This is the major seed collecting time in the gardening calendar. Some seeds have had to be collected earlier, but most are only ripening now, in the fall. Ideally, they should be left on the plant as long as possible to give them time to completely ripen. There is a fine line, however, between making sure seeds are ripe and waiting so long that the seeds are blown off in the wind. Some of the ones I collect are for use the next year (for instance, seeds of heritage tomatoes or of annual flowers, like yellow cosmos). Others I gather to send in for the seed exchanges I take part in.
|Bottle gentian seeds|
On the whole, the bigger the seed, the easier it is to collect. Some like peonies or canna lilies have huge seeds that are very easy to gather. Apparently, one common name of canna lily, Indian shot, refers to the fact that they were used as ammunition in musket rifles. That tells you how hard they are.
For many, if not for most, of the seeds I gather, I simply take the pod of husk, turn it upside down and shake it. This works very well for the various dianthus. The pods are all facing up and are open at the top when the seeds are ripe. You just break or bend down the stem, shake the pod, and the ripe seeds fall off. Some husks, for instance Nigella damascena (love-in-a-mist), are not open even if the seeds are ripe. However, you simply break the husk, and the seeds fall out.
|Collecting Dianthus seeds|
Some seed heads, like those of lilies and iris, you simply opened and you find the seeds all carefully lined up in the pod, ready to be gathered. You have to wait till the pod is dry to make sure the seeds are ripe. In the photo below, the lily seed pod is not yet ripe.
|Lily seed pod|
If you are afraid the wind will blow your seeds away before you have time to gather them, you can simply bag the seed heads and later on retrieve the seeds from the bag. An advantage of this technique is that once they have fallen in the bag, they are most likely ripe.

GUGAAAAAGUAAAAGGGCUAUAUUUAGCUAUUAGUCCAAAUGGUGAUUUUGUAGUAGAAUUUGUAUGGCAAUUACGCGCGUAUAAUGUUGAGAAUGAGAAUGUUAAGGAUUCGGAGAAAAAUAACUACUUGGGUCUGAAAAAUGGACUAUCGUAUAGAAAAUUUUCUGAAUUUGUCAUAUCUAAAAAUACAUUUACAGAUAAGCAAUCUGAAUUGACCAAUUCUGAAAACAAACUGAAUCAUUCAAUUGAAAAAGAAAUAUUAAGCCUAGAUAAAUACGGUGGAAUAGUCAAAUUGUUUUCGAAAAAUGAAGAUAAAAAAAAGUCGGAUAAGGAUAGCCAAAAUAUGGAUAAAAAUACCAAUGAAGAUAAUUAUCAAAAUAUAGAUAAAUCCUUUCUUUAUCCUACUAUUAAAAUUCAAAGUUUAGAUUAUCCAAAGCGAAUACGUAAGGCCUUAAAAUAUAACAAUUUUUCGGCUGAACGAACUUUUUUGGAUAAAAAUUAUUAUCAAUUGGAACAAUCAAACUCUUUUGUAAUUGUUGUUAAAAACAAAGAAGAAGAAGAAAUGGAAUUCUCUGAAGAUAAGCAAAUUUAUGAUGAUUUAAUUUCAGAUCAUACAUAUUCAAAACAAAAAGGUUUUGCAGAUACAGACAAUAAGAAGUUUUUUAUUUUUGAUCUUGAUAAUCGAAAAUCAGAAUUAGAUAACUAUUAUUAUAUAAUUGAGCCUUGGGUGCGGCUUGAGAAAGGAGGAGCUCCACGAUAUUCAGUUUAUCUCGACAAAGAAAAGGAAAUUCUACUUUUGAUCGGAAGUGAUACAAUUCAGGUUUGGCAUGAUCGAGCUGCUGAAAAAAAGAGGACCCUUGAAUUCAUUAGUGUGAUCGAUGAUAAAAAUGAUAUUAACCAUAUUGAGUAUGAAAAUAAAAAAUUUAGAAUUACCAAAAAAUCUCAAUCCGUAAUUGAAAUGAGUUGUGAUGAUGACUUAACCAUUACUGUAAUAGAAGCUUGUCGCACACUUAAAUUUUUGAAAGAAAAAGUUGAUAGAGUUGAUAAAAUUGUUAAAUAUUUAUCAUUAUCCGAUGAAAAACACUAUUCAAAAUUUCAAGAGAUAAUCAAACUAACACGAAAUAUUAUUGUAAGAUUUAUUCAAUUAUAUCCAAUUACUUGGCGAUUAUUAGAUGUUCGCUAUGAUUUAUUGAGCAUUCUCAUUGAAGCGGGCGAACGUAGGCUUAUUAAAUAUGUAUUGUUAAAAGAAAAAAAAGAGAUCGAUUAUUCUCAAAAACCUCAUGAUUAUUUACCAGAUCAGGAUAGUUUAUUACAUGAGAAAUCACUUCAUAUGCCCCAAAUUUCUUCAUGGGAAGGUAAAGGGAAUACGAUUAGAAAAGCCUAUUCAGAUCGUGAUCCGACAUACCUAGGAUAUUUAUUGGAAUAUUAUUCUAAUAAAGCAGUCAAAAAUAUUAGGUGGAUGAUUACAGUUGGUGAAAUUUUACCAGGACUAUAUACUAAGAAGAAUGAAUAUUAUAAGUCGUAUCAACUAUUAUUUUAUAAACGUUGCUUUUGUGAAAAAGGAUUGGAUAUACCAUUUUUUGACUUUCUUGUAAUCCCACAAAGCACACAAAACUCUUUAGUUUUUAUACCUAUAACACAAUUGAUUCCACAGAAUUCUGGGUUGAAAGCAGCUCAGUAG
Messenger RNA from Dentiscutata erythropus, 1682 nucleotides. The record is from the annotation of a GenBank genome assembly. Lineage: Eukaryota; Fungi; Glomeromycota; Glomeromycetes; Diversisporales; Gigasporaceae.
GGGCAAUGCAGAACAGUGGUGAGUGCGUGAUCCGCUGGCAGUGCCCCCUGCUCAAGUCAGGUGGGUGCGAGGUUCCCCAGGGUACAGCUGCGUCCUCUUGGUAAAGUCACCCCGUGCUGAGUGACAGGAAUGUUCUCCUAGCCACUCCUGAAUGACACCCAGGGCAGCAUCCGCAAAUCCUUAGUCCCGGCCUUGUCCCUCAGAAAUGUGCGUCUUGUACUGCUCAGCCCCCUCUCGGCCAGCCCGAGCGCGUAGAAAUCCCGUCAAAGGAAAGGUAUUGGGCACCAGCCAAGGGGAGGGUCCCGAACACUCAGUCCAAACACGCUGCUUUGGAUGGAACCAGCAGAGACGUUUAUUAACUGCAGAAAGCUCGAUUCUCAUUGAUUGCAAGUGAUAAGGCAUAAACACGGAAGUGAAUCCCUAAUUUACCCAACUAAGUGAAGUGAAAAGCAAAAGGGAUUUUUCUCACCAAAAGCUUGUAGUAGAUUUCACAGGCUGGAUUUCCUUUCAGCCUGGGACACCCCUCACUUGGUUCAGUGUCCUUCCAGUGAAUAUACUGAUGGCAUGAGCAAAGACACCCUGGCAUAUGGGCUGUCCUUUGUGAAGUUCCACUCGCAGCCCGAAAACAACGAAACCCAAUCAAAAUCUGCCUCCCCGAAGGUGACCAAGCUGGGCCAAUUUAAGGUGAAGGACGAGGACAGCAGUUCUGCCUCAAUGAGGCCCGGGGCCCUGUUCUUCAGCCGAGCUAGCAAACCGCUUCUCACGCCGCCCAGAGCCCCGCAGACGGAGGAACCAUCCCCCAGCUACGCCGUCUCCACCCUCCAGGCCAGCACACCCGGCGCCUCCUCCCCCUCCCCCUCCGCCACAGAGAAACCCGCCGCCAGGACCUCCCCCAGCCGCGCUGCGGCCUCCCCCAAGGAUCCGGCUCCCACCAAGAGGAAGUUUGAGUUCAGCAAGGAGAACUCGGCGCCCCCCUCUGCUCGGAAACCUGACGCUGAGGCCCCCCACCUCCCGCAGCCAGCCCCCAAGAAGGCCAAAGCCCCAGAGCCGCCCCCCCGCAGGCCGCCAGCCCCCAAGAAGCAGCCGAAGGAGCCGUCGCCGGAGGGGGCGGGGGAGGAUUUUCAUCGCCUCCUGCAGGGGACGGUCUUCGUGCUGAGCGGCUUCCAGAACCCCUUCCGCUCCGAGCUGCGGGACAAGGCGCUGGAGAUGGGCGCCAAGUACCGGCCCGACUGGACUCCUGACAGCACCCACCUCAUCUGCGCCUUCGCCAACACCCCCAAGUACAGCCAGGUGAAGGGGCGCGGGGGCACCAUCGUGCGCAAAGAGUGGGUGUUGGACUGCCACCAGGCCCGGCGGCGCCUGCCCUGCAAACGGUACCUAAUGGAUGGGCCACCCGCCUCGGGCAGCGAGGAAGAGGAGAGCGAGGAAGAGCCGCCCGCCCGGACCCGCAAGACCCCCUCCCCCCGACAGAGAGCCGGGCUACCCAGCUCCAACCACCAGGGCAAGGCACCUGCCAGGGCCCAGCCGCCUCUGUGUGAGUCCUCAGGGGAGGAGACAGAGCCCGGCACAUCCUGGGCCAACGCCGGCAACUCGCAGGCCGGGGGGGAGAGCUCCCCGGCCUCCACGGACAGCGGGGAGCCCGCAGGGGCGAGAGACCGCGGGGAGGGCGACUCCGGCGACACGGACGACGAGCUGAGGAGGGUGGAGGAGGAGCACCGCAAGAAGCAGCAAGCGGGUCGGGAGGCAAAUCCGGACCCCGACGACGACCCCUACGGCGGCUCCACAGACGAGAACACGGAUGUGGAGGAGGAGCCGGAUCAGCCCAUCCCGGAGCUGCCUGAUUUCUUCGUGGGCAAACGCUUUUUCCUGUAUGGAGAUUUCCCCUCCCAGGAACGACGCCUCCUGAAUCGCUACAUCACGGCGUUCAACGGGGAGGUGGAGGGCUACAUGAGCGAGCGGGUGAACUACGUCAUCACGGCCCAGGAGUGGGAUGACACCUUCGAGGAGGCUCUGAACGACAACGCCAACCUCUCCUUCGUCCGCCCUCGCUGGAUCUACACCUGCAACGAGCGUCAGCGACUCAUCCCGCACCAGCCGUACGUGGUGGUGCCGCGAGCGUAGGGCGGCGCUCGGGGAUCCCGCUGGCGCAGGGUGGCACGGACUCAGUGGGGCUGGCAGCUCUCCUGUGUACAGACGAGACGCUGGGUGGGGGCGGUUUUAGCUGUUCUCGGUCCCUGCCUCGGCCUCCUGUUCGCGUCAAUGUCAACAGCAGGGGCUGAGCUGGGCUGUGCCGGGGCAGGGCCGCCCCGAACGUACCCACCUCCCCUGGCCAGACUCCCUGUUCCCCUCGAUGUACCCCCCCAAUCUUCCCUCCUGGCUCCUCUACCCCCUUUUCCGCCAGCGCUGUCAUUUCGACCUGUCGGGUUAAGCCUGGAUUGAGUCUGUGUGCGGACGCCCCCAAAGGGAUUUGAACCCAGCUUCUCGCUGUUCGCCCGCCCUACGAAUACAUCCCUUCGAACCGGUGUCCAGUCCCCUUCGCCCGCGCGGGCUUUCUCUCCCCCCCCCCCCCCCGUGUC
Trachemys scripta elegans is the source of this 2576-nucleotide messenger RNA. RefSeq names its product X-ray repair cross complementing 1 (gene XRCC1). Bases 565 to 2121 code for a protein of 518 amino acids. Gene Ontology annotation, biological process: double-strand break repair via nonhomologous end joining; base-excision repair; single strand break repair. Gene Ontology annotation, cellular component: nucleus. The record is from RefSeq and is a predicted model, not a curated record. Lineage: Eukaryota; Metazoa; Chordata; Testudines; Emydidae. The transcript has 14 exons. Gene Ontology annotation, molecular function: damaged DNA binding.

For most of the daisy-like plants, such as the purple coneflower (Echinacea purpurea) or the various rudbeckias, the seeds are all clustered in the centre of the bloom, and you simply pull them out. You have to make sure you do not end up with only fluff, but also with ripe seeds. That is where winnowing is useful. You put your material in a pan and shake it in a light wind. The chaff is blown away in the wind, and you are left with the seeds which are heavier.
You can also use strainers/sieves of different sizes to sort the seeds from the plant debris. However, I have not much luck with that technique, and besides, I found it difficult to find sieves with different sizes of meshing.
Some plants, for instance lettuce, I let go to seed and collect as much as I need, but most of the seeds are left to scatter. In the spring, the seeds that the wind scattered are always the first to produce strong lettuce plants. I just move these small volunteers where I want them.
|The fuzzy white seeds of lettuce|
Some seeds come in a fruit or berry. This is the case for instance of pokeweed (Phytolacca americana). You can clean them like tomato seed, that is to say you let them ferment for a while, and the pulps comes off the seeds. For pokeweed, since the seeds are bigger and harder than tomato seeds, you can simply squash the berry between sheets of newsprint, let the pulp dry and then collect the seeds.
With some plants you simply cannot get the seeds. I have lots of thyme varieties, some that even self-seed, which means they do produce viable seeds, but I have never been able to gather them (thyme would probably be one plant where the paper bag over the seed head technique might come in handy).
It is interesting to note that, even if you collect seeds every year, from year to year your seed crop will vary. Some years you will miss some, other years some plants won't produce seed. So you end up with a different set of seeds most years. For me 2013 was a good year. I was able to gather a greater variety of seeds than usual.